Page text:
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The Ashen-Cloaked Child

Summary:
Aro may not have been able to get Renesmee, but he was going to have a half-vampire in his guard. Somehow.


Notes:


5. Welcome to the World

Rating 0/5   Word Count 2063   Review this Chapter

The light was difficult to get used to. It was strange to have my eyes open, and no mucusy film before them, leaving them naked and vulnerable.

The rest of my body felt the same. I never got cold, but I hated the sensation of air on my skin, as well as that of the cold, wet cloth and the dry one I was subsequently swaddled in. These things bothered me, so I gave out a soft cry.

I was answered with a small bouncing movement, as if the person holding me was trying to imitate the motion I'd felt in the womb. Utilizing my new sense of vision, I discovered that was exactly what she was trying to do. How stupid. Did she think I could be fooled? I didn't like this stranger. She was too hard and cold, whereas the one who'd carried me inside her was soft and warm. Where was she? I wanted to see her.

It was difficult to turn my head. Before I entered the world, I had flesh and fluids to support me, and now nothing could help my neck support its weight. I used my nose to locate her, and cried again while I struggled to orient myself closer to her. But I was being carried further away – too far away. I escalated to a steady wail.

“He wants his mother!” I heard a voice say, and though I didn't completely understand language yet, I knew the voice was ordering precisely what I wanted.

I was set down on her chest, then, with hands hovering over me to ensure I retained my balance. My mother's eyes were closed and she was silent, unresponsive. All I heard was her steady heartbeat beneath where my hand rested.

At that moment, I saw everything. I saw my mother's whole life, as far as she could remember, and I learned a great deal in that single instant. The images were too much for me to think clearly, but I achieved a rough sense of what it meant to be alive, the difference between a mortal and an immortal, and what a father was. I learned that most beings were divided into males and females, and that mothers were females who carried babies, that fathers were the ones who put them there. I viewed her memories of where she had gotten me from, and who had put me there. His name was Aro. Her name was Gianna. My name she had not yet decided. I saw all the ones she had in mind, and chose one.

Julian, I thought. My name is Julian.

By then I had finished seeing her thoughts, which had faded to the black that was overtaking her mind now. I realized I was thirsty, and that she smelled good, and before I knew it I'd sunk my teeth into her.

She had a thought now – she was feeling a firey burn. I was too preoccupied with the taste of her blood to realize that I was causing her pain.

Too soon, I was picked up from her body and carried away from her. I was disappointed at first, then relieved. If I had continued feeding on her, then I would have killed her. Embarrassed, I rested my hand on the wrist of the woman who carried me. Her memories unfolded to me as well, at first rough and human, then pristine vampire ones – the clearest, most defined memories I'd ever heard. But the only thing I cared about was what she thought of what I'd just done. She felt a mixture of pity and disgust – a child sucking not on his mother's milk, but his mother's blood – but it made no sense to feel that way, not when draining away the life of a human usually meant nothing to her. My own shame, however, intensified greatly. At that moment I wanted nothing more than for her to forget what I'd done.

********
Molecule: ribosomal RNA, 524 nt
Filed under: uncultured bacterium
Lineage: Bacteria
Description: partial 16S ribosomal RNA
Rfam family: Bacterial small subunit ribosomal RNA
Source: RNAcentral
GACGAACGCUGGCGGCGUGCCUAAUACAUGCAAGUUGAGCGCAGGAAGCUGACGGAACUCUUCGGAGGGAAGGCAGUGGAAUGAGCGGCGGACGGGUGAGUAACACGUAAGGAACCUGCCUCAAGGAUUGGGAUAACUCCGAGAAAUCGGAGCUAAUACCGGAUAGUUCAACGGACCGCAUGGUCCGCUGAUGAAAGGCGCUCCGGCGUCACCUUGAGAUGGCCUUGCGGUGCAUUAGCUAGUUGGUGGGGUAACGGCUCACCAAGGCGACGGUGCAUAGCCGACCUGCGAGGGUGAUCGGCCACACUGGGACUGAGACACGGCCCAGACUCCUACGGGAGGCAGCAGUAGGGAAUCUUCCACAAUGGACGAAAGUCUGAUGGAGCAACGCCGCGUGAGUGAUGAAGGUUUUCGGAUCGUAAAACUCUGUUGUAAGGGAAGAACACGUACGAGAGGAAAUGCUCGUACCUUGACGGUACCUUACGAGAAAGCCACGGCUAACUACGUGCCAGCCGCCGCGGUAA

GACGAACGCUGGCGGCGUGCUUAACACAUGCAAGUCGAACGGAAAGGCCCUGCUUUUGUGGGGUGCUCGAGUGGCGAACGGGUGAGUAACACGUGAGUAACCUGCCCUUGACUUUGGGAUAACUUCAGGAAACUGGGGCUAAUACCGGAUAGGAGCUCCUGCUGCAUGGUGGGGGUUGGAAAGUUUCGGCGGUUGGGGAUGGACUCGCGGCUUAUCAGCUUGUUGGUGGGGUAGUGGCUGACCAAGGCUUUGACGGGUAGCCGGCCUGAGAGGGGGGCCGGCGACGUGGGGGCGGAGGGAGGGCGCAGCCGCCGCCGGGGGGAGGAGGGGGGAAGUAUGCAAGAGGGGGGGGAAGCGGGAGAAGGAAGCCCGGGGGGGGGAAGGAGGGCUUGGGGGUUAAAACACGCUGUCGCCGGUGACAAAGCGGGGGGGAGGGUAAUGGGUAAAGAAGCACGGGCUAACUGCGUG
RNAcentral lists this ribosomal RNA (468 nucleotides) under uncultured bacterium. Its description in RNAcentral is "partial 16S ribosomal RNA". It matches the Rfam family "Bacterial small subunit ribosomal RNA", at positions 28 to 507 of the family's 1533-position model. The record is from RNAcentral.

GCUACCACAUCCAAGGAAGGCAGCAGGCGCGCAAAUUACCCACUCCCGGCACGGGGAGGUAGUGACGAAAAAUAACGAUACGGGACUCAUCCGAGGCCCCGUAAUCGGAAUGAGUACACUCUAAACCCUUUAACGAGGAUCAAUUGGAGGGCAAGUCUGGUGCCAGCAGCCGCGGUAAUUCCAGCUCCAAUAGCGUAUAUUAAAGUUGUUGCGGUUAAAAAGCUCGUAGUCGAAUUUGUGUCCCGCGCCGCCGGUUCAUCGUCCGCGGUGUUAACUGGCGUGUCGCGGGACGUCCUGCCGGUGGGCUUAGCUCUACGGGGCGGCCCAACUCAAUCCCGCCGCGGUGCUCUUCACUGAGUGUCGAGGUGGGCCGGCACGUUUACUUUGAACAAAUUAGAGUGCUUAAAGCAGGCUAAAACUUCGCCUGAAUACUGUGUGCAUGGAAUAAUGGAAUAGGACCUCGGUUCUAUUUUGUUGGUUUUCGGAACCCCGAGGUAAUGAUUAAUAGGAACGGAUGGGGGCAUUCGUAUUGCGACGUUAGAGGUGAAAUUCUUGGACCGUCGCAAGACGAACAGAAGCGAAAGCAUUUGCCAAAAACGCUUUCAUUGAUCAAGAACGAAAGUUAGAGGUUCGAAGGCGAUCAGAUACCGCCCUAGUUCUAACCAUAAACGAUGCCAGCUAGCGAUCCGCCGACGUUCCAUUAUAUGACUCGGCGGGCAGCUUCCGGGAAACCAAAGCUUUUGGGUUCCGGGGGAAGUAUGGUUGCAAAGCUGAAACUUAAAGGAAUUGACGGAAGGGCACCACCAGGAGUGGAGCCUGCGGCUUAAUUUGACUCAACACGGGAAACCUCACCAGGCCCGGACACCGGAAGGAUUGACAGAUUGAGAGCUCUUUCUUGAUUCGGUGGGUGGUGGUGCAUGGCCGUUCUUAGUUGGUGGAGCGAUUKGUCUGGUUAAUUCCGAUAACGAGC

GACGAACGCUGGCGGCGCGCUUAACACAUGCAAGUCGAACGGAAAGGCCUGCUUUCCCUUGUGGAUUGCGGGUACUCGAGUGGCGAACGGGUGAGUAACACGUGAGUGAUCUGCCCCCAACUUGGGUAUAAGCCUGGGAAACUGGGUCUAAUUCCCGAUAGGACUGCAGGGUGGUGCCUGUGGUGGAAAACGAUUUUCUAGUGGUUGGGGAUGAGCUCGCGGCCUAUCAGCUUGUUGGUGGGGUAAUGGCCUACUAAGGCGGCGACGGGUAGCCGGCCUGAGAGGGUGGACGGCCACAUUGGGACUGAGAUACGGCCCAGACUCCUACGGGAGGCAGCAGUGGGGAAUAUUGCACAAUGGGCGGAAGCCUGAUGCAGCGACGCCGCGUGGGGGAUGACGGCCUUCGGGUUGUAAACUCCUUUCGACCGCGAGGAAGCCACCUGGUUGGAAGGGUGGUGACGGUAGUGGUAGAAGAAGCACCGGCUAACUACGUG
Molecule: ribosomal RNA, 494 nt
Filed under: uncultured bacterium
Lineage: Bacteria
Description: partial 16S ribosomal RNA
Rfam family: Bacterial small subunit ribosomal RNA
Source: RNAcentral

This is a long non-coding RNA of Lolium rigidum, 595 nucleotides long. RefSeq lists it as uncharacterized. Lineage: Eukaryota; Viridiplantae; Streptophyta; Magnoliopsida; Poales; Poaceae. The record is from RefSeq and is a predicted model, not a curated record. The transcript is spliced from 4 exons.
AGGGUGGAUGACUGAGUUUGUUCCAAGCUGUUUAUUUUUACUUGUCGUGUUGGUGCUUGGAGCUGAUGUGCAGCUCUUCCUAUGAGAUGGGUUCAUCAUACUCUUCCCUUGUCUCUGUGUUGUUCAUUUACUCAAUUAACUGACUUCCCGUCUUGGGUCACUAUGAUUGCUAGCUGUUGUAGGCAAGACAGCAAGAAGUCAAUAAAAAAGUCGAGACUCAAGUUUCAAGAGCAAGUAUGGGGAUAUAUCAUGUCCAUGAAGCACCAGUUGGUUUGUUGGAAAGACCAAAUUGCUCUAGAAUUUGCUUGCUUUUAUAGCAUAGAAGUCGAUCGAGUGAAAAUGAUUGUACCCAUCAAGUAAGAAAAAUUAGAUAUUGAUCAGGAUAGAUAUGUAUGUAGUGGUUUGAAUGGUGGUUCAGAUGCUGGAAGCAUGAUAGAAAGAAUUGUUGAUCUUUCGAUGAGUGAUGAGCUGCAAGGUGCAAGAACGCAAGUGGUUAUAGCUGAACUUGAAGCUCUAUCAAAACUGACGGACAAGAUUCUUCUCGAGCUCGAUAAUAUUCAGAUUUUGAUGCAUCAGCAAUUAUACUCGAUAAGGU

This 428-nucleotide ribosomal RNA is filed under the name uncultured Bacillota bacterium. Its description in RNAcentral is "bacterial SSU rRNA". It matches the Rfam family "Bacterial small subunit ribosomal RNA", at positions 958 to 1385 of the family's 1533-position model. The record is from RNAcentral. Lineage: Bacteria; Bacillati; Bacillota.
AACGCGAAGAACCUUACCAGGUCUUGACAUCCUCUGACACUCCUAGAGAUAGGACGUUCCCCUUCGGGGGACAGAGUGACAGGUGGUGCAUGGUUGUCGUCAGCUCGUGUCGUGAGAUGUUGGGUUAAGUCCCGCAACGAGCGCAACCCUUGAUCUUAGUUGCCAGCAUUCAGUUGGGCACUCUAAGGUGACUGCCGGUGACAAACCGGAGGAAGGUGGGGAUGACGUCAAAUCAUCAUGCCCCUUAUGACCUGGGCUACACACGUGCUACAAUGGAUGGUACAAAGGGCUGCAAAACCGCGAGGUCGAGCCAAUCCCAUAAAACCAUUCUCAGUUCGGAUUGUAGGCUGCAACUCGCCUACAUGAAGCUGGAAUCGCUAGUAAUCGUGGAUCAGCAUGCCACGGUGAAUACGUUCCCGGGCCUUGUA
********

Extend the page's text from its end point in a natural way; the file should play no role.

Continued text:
On my command, the memory was gone from her. She stopped for a moment, her hands trembling – I thought she might drop me – and then she merely continued on her way as though nothing had happened. When I read her thoughts again, I discovered that she only remembered removing me from my mother's womb, washing me clean, and taking me from the room. According to her, I had never touched Gianna.

I felt relieved, though removing her memory of the mishap did not erase the fact that I had done it. But at least I had not killed my mother, and for that I was grateful. She was my whole world up to that point, and I could not imagine life without her.

We entered another room at that point, and I remembered where she was taking me. My father, Aro, wanted to see me. I sifted through what I had learned of him. He was powerful, and he had sired me because he wanted to protect that power. Like me, he could hear the memories of others by touching them, but only he and I could do so. That meant we were gifted. Hmm. He didn't seem to be able to erase memories as I had just done. Did that mean I was, in one way at least, more powerful than he was?

“Is that him?” sounded an airy voice. Was this what my father was supposed to sound like?

I was placed in another set of arms then, and suddenly his face was leaning over mine. I saw my father, Aro, with my own eyes for the first time. He seemed anxious, excited, and mesmerized at the same time.

“Amazing,” he murmured, and one of his fingers touched my little hand. Millennia of memories and experiences unfolded before me, and I sucked in a deep breath as I struggled to comprehend it all. I learned that he did not merely have power – he had a passion for it. His similar passions for history and for novelties were lesser servants to that desire. Everything he was and everything he had ever been channeled into it. His alliance with his brothers was a product of power, as was his collecting a guard, siring me . . . and allowing my mother to live. This upset me – even now, he was set on letting her die from carrying me. . . .